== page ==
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(ĕrəsĭp`ələs), acute infection of the skin characterized by a sharply demarcated, shiny red swelling, accompanied by high fever and a feeling of general illness. The causative agent is the hemolytic streptococcus, which often enters the body through a break in the skin. Erysipelas affects the skin of the face so frequently that when it strikes other parts of the body, it may often be misdiagnosed. Bacteremia (blood poisoning) and pneumonia are the most common complications. Erysipelas is a highly contagious disease that was formerly dangerous to life; however, it can now be quickly controlled by antibiotic therapy.
The Columbia Electronic Encyclopedia™ Copyright © 2013, Columbia University Press. Licensed from Columbia University Press. All rights reserved.
The following article is from The Great Soviet Encyclopedia (1979). It might be outdated or ideologically biased.



an infectious disease caused by hemolytic streptococci and characterized by the development of acute inflammatory changes in the skin and cutaneous mucosa and lymphatic vessels. The disease is related to both the invasion of the causative agent and individual predisposition, or allergy, to hemolytic streptococci. There are two types of erysipelas: primary and secondary. In primary erysipelas infection occurs as a result of the invasion of a streptococcus into a microtrauma, scratch, or abrasion; in secondary erysipelas infection develops as a complication of a local purulent process, such as a furuncle or infected wound.

Erysipelatous inflammation is marked by the local serous edema of the tissues with the accompanying enlargement of the capillary lattice and congestion in the capillaries; this condition, known as the erythematous form of erysipelas, causes the skin to swell and redden. The accumulation of a large quantity of edematous fluid may cause the external layer of the skin to exfoliate, leading to the formation of bullas; this is the bullous form of erysipelas. Suppuration of the bullous areas of the skin results in the development of phlegmonous erysipelas. The development of the necrosis of tissue in weakened diseased individuals results in gangrenous, or necrotic, erysipelas.

The general symptoms of erysipelas are a sudden rise in body temperature to 40°–41°C, chills, weakness, headache, and vomiting. With excessive intoxication, consciousness may be impaired. Sections of edematous and reddened skin with distinct and irregularly shaped boundaries are found predominantly on the face or lower extremities and cause a burning and bulging pain. Adjacent lymph nodes become enlarged and painful. The disease lasts one to two weeks, after which the body temperature rapidly returns to normal and the general condition of the individual improves. The edema and the skin reddening disappear more slowly.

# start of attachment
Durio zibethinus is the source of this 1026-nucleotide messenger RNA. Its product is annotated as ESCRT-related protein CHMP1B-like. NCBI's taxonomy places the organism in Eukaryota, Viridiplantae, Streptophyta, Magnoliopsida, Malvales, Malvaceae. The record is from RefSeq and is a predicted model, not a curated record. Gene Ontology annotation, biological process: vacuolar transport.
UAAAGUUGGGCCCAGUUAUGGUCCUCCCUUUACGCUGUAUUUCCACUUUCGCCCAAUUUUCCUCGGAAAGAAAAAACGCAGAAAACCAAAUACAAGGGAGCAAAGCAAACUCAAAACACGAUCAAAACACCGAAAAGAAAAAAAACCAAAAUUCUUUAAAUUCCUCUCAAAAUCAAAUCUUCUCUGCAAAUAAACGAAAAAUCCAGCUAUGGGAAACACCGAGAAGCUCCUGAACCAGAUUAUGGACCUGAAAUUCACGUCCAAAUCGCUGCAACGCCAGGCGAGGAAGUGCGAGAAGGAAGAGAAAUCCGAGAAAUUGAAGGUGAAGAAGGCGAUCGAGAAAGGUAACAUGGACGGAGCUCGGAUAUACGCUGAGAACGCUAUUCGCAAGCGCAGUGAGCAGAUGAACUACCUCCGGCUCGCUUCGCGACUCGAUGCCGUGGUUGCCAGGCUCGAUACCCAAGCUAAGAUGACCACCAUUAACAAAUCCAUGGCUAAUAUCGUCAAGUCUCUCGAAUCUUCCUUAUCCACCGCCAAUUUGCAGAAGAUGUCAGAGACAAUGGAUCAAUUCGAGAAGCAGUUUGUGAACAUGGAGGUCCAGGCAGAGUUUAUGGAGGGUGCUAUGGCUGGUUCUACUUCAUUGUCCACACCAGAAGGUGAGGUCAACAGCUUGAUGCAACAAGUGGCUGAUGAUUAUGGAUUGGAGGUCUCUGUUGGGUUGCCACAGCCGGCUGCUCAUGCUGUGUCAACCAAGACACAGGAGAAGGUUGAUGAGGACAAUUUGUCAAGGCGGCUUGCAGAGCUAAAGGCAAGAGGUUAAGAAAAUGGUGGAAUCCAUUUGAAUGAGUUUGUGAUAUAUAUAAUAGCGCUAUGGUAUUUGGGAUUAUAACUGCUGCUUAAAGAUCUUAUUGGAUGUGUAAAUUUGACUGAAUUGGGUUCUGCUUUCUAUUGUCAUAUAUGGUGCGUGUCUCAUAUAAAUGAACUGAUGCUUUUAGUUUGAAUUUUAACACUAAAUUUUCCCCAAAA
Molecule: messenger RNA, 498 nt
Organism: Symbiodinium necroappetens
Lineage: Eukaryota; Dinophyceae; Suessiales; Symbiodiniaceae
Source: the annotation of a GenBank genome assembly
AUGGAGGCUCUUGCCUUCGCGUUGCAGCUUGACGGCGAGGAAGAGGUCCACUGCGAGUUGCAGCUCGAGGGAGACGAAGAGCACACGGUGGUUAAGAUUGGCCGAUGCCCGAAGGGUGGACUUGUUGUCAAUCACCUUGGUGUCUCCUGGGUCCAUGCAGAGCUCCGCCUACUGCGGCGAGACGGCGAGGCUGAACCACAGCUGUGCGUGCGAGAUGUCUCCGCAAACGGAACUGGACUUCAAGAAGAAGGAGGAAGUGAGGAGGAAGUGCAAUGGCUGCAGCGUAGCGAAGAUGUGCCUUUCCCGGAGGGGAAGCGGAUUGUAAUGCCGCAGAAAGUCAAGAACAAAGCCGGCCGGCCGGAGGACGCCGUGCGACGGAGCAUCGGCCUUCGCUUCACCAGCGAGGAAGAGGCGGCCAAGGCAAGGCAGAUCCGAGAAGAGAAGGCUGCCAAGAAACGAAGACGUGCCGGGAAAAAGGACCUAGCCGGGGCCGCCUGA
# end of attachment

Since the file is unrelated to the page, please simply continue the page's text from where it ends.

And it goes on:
Frequently relapses occur, leading to chronic changes in tissues and functional disturbances. Severe complications of erysipelas include the spread of the infectious process from the skin to adjacent tissues and the transfer of the causative agent by way of the blood to other organs and tissues, resulting in the development of a general infection.

Treatment is usually conducted in a hospital and includes the use of local physiotherapeutic procedures, the administration of antibiotics and sulfanilamide preparations, and the observance of a bed regimen and rest for the affected extremities. Preventive measures include the early and comprehensive treatment of microtraumas, abrasions, and excoriations.


Gal’perin, E. A., and R. R. Ryskind. Rozha. Moscow, 1966. (Bibliography.)


The Great Soviet Encyclopedia, 3rd Edition (1970-1979). © 2010 The Gale Group, Inc. All rights reserved.


An acute, infectious bacterial disease caused by Streptococcus pyogenes and characterized by inflammation of the skin and subcutaneous tissues.
McGraw-Hill Dictionary of Scientific & Technical Terms, 6E, Copyright © 2003 by The McGraw-Hill Companies, Inc.


an acute streptococcal infectious disease of the skin, characterized by fever, headache, vomiting, and purplish raised lesions, esp on the face
Collins Discovery Encyclopedia, 1st edition © HarperCollins Publishers 2005
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The lesions resemble erysipelas or cellulitis and the differential diagnosis can be difficult.
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He also described a history of repeated outbreaks of erysipelas in the right leg 5 years prior to this presentation, for which he had multiple hospital admissions and received treatment with intravenous antibiotics, whose names he could not recollect.
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At 16 years of age, after erysipelas, the edema of the lower limbs worsened and clinically identifiable lymphedema of the right arm was observed, especially the hands, so she sought the Clinica Godoy for treatment.
(18) We don't know which illness he contracted, but it could well have been erysipelas, a bacterial infection that attacks the upper layers of the skin and was common on passenger ships.